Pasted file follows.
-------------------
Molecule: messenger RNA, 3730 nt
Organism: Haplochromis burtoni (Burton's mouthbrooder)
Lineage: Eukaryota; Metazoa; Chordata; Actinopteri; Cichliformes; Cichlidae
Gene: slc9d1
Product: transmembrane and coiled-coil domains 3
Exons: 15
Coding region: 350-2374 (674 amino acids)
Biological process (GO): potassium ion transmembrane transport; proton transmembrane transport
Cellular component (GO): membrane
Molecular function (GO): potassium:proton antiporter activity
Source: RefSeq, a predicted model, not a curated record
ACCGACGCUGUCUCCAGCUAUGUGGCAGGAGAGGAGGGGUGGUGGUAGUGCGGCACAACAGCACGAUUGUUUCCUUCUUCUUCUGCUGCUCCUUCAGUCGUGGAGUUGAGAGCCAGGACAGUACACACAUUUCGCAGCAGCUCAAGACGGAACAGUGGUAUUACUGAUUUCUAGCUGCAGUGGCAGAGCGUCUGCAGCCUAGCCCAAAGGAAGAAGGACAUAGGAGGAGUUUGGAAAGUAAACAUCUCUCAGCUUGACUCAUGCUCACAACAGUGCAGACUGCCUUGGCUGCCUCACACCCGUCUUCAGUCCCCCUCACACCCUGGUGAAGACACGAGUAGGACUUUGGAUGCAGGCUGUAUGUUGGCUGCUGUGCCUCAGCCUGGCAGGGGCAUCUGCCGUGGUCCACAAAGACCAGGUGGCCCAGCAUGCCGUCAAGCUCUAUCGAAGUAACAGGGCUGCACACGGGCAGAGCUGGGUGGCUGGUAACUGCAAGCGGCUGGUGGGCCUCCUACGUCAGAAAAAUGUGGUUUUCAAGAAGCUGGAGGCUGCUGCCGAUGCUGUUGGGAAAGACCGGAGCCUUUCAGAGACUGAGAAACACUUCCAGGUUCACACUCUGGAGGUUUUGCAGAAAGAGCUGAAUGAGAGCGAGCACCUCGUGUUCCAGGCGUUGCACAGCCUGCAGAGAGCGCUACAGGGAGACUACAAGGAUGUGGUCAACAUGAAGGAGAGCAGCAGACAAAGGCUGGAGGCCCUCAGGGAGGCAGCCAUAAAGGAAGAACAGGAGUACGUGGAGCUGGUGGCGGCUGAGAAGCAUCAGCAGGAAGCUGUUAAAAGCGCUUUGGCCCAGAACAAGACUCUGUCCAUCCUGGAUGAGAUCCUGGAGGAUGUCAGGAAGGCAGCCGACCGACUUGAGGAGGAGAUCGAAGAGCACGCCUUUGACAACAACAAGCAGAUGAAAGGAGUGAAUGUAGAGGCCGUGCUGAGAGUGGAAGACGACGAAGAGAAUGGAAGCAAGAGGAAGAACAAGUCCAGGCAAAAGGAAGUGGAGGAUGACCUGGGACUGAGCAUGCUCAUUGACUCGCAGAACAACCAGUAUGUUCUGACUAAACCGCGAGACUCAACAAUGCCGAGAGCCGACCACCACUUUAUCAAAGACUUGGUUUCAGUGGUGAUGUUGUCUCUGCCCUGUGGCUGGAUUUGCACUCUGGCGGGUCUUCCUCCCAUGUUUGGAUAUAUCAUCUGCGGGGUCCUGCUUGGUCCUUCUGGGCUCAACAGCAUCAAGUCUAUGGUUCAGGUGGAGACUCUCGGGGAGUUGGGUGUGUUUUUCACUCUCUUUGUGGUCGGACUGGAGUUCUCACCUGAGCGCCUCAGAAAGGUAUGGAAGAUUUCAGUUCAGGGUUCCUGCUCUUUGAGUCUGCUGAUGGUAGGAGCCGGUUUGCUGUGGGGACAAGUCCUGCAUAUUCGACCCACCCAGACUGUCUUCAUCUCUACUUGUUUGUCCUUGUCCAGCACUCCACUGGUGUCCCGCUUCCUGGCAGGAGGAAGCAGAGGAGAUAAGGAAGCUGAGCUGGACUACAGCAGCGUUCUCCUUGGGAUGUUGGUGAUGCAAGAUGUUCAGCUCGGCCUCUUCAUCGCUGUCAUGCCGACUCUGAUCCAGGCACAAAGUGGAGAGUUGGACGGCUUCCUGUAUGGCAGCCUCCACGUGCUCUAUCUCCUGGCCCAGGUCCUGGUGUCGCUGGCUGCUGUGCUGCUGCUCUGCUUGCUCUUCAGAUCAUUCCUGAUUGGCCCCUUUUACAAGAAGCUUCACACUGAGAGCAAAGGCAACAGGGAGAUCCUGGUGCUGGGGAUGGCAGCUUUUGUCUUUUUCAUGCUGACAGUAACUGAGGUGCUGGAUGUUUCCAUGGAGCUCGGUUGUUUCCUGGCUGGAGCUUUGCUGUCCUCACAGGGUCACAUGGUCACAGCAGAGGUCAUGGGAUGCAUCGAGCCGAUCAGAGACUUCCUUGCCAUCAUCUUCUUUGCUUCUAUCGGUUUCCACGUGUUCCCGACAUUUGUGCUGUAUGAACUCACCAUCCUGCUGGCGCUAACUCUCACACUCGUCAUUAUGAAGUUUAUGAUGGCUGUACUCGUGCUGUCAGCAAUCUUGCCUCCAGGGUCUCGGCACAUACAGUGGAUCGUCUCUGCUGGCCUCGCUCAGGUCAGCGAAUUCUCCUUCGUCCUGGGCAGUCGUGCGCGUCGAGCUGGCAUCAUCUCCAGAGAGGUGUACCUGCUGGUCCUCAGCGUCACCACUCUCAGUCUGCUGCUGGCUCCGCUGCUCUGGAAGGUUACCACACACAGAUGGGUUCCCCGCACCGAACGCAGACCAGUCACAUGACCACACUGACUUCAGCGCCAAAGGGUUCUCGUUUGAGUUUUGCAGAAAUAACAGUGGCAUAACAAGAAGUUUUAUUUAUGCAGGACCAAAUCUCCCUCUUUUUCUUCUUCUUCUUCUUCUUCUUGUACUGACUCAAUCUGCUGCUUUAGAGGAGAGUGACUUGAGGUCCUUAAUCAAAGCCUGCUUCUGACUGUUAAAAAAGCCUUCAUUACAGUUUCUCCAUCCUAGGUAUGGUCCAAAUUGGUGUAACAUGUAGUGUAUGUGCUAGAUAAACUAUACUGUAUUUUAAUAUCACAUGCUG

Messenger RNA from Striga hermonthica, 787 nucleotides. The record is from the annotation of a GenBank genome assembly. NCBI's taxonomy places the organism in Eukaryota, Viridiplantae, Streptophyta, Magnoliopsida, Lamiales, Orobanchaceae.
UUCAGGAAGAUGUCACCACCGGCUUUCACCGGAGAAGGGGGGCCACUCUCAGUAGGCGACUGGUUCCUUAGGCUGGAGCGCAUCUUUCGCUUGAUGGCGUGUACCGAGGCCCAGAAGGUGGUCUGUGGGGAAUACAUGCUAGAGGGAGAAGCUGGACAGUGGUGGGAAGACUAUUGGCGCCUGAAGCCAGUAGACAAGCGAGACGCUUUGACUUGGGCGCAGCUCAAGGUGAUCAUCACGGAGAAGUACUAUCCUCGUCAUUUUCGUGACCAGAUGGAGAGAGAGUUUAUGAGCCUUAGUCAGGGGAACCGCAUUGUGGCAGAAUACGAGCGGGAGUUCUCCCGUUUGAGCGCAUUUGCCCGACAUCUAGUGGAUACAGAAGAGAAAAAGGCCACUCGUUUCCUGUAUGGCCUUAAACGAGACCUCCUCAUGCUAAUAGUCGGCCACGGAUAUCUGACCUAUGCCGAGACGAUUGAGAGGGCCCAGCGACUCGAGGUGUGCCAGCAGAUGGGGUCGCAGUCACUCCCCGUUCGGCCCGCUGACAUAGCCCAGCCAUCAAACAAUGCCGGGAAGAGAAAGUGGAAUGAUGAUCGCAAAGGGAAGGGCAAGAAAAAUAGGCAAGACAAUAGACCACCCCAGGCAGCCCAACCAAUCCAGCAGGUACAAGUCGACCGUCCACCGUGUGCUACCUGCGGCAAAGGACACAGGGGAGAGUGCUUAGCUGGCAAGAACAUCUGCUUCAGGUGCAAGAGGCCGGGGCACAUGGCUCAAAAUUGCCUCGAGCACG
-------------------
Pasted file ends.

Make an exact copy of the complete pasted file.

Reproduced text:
Molecule: messenger RNA, 3730 nt
Organism: Haplochromis burtoni (Burton's mouthbrooder)
Lineage: Eukaryota; Metazoa; Chordata; Actinopteri; Cichliformes; Cichlidae
Gene: slc9d1
Product: transmembrane and coiled-coil domains 3
Exons: 15
Coding region: 350-2374 (674 amino acids)
Biological process (GO): potassium ion transmembrane transport; proton transmembrane transport
Cellular component (GO): membrane
Molecular function (GO): potassium:proton antiporter activity
Source: RefSeq, a predicted model, not a curated record
ACCGACGCUGUCUCCAGCUAUGUGGCAGGAGAGGAGGGGUGGUGGUAGUGCGGCACAACAGCACGAUUGUUUCCUUCUUCUUCUGCUGCUCCUUCAGUCGUGGAGUUGAGAGCCAGGACAGUACACACAUUUCGCAGCAGCUCAAGACGGAACAGUGGUAUUACUGAUUUCUAGCUGCAGUGGCAGAGCGUCUGCAGCCUAGCCCAAAGGAAGAAGGACAUAGGAGGAGUUUGGAAAGUAAACAUCUCUCAGCUUGACUCAUGCUCACAACAGUGCAGACUGCCUUGGCUGCCUCACACCCGUCUUCAGUCCCCCUCACACCCUGGUGAAGACACGAGUAGGACUUUGGAUGCAGGCUGUAUGUUGGCUGCUGUGCCUCAGCCUGGCAGGGGCAUCUGCCGUGGUCCACAAAGACCAGGUGGCCCAGCAUGCCGUCAAGCUCUAUCGAAGUAACAGGGCUGCACACGGGCAGAGCUGGGUGGCUGGUAACUGCAAGCGGCUGGUGGGCCUCCUACGUCAGAAAAAUGUGGUUUUCAAGAAGCUGGAGGCUGCUGCCGAUGCUGUUGGGAAAGACCGGAGCCUUUCAGAGACUGAGAAACACUUCCAGGUUCACACUCUGGAGGUUUUGCAGAAAGAGCUGAAUGAGAGCGAGCACCUCGUGUUCCAGGCGUUGCACAGCCUGCAGAGAGCGCUACAGGGAGACUACAAGGAUGUGGUCAACAUGAAGGAGAGCAGCAGACAAAGGCUGGAGGCCCUCAGGGAGGCAGCCAUAAAGGAAGAACAGGAGUACGUGGAGCUGGUGGCGGCUGAGAAGCAUCAGCAGGAAGCUGUUAAAAGCGCUUUGGCCCAGAACAAGACUCUGUCCAUCCUGGAUGAGAUCCUGGAGGAUGUCAGGAAGGCAGCCGACCGACUUGAGGAGGAGAUCGAAGAGCACGCCUUUGACAACAACAAGCAGAUGAAAGGAGUGAAUGUAGAGGCCGUGCUGAGAGUGGAAGACGACGAAGAGAAUGGAAGCAAGAGGAAGAACAAGUCCAGGCAAAAGGAAGUGGAGGAUGACCUGGGACUGAGCAUGCUCAUUGACUCGCAGAACAACCAGUAUGUUCUGACUAAACCGCGAGACUCAACAAUGCCGAGAGCCGACCACCACUUUAUCAAAGACUUGGUUUCAGUGGUGAUGUUGUCUCUGCCCUGUGGCUGGAUUUGCACUCUGGCGGGUCUUCCUCCCAUGUUUGGAUAUAUCAUCUGCGGGGUCCUGCUUGGUCCUUCUGGGCUCAACAGCAUCAAGUCUAUGGUUCAGGUGGAGACUCUCGGGGAGUUGGGUGUGUUUUUCACUCUCUUUGUGGUCGGACUGGAGUUCUCACCUGAGCGCCUCAGAAAGGUAUGGAAGAUUUCAGUUCAGGGUUCCUGCUCUUUGAGUCUGCUGAUGGUAGGAGCCGGUUUGCUGUGGGGACAAGUCCUGCAUAUUCGACCCACCCAGACUGUCUUCAUCUCUACUUGUUUGUCCUUGUCCAGCACUCCACUGGUGUCCCGCUUCCUGGCAGGAGGAAGCAGAGGAGAUAAGGAAGCUGAGCUGGACUACAGCAGCGUUCUCCUUGGGAUGUUGGUGAUGCAAGAUGUUCAGCUCGGCCUCUUCAUCGCUGUCAUGCCGACUCUGAUCCAGGCACAAAGUGGAGAGUUGGACGGCUUCCUGUAUGGCAGCCUCCACGUGCUCUAUCUCCUGGCCCAGGUCCUGGUGUCGCUGGCUGCUGUGCUGCUGCUCUGCUUGCUCUUCAGAUCAUUCCUGAUUGGCCCCUUUUACAAGAAGCUUCACACUGAGAGCAAAGGCAACAGGGAGAUCCUGGUGCUGGGGAUGGCAGCUUUUGUCUUUUUCAUGCUGACAGUAACUGAGGUGCUGGAUGUUUCCAUGGAGCUCGGUUGUUUCCUGGCUGGAGCUUUGCUGUCCUCACAGGGUCACAUGGUCACAGCAGAGGUCAUGGGAUGCAUCGAGCCGAUCAGAGACUUCCUUGCCAUCAUCUUCUUUGCUUCUAUCGGUUUCCACGUGUUCCCGACAUUUGUGCUGUAUGAACUCACCAUCCUGCUGGCGCUAACUCUCACACUCGUCAUUAUGAAGUUUAUGAUGGCUGUACUCGUGCUGUCAGCAAUCUUGCCUCCAGGGUCUCGGCACAUACAGUGGAUCGUCUCUGCUGGCCUCGCUCAGGUCAGCGAAUUCUCCUUCGUCCUGGGCAGUCGUGCGCGUCGAGCUGGCAUCAUCUCCAGAGAGGUGUACCUGCUGGUCCUCAGCGUCACCACUCUCAGUCUGCUGCUGGCUCCGCUGCUCUGGAAGGUUACCACACACAGAUGGGUUCCCCGCACCGAACGCAGACCAGUCACAUGACCACACUGACUUCAGCGCCAAAGGGUUCUCGUUUGAGUUUUGCAGAAAUAACAGUGGCAUAACAAGAAGUUUUAUUUAUGCAGGACCAAAUCUCCCUCUUUUUCUUCUUCUUCUUCUUCUUCUUGUACUGACUCAAUCUGCUGCUUUAGAGGAGAGUGACUUGAGGUCCUUAAUCAAAGCCUGCUUCUGACUGUUAAAAAAGCCUUCAUUACAGUUUCUCCAUCCUAGGUAUGGUCCAAAUUGGUGUAACAUGUAGUGUAUGUGCUAGAUAAACUAUACUGUAUUUUAAUAUCACAUGCUG

Messenger RNA from Striga hermonthica, 787 nucleotides. The record is from the annotation of a GenBank genome assembly. NCBI's taxonomy places the organism in Eukaryota, Viridiplantae, Streptophyta, Magnoliopsida, Lamiales, Orobanchaceae.
UUCAGGAAGAUGUCACCACCGGCUUUCACCGGAGAAGGGGGGCCACUCUCAGUAGGCGACUGGUUCCUUAGGCUGGAGCGCAUCUUUCGCUUGAUGGCGUGUACCGAGGCCCAGAAGGUGGUCUGUGGGGAAUACAUGCUAGAGGGAGAAGCUGGACAGUGGUGGGAAGACUAUUGGCGCCUGAAGCCAGUAGACAAGCGAGACGCUUUGACUUGGGCGCAGCUCAAGGUGAUCAUCACGGAGAAGUACUAUCCUCGUCAUUUUCGUGACCAGAUGGAGAGAGAGUUUAUGAGCCUUAGUCAGGGGAACCGCAUUGUGGCAGAAUACGAGCGGGAGUUCUCCCGUUUGAGCGCAUUUGCCCGACAUCUAGUGGAUACAGAAGAGAAAAAGGCCACUCGUUUCCUGUAUGGCCUUAAACGAGACCUCCUCAUGCUAAUAGUCGGCCACGGAUAUCUGACCUAUGCCGAGACGAUUGAGAGGGCCCAGCGACUCGAGGUGUGCCAGCAGAUGGGGUCGCAGUCACUCCCCGUUCGGCCCGCUGACAUAGCCCAGCCAUCAAACAAUGCCGGGAAGAGAAAGUGGAAUGAUGAUCGCAAAGGGAAGGGCAAGAAAAAUAGGCAAGACAAUAGACCACCCCAGGCAGCCCAACCAAUCCAGCAGGUACAAGUCGACCGUCCACCGUGUGCUACCUGCGGCAAAGGACACAGGGGAGAGUGCUUAGCUGGCAAGAACAUCUGCUUCAGGUGCAAGAGGCCGGGGCACAUGGCUCAAAAUUGCCUCGAGCACG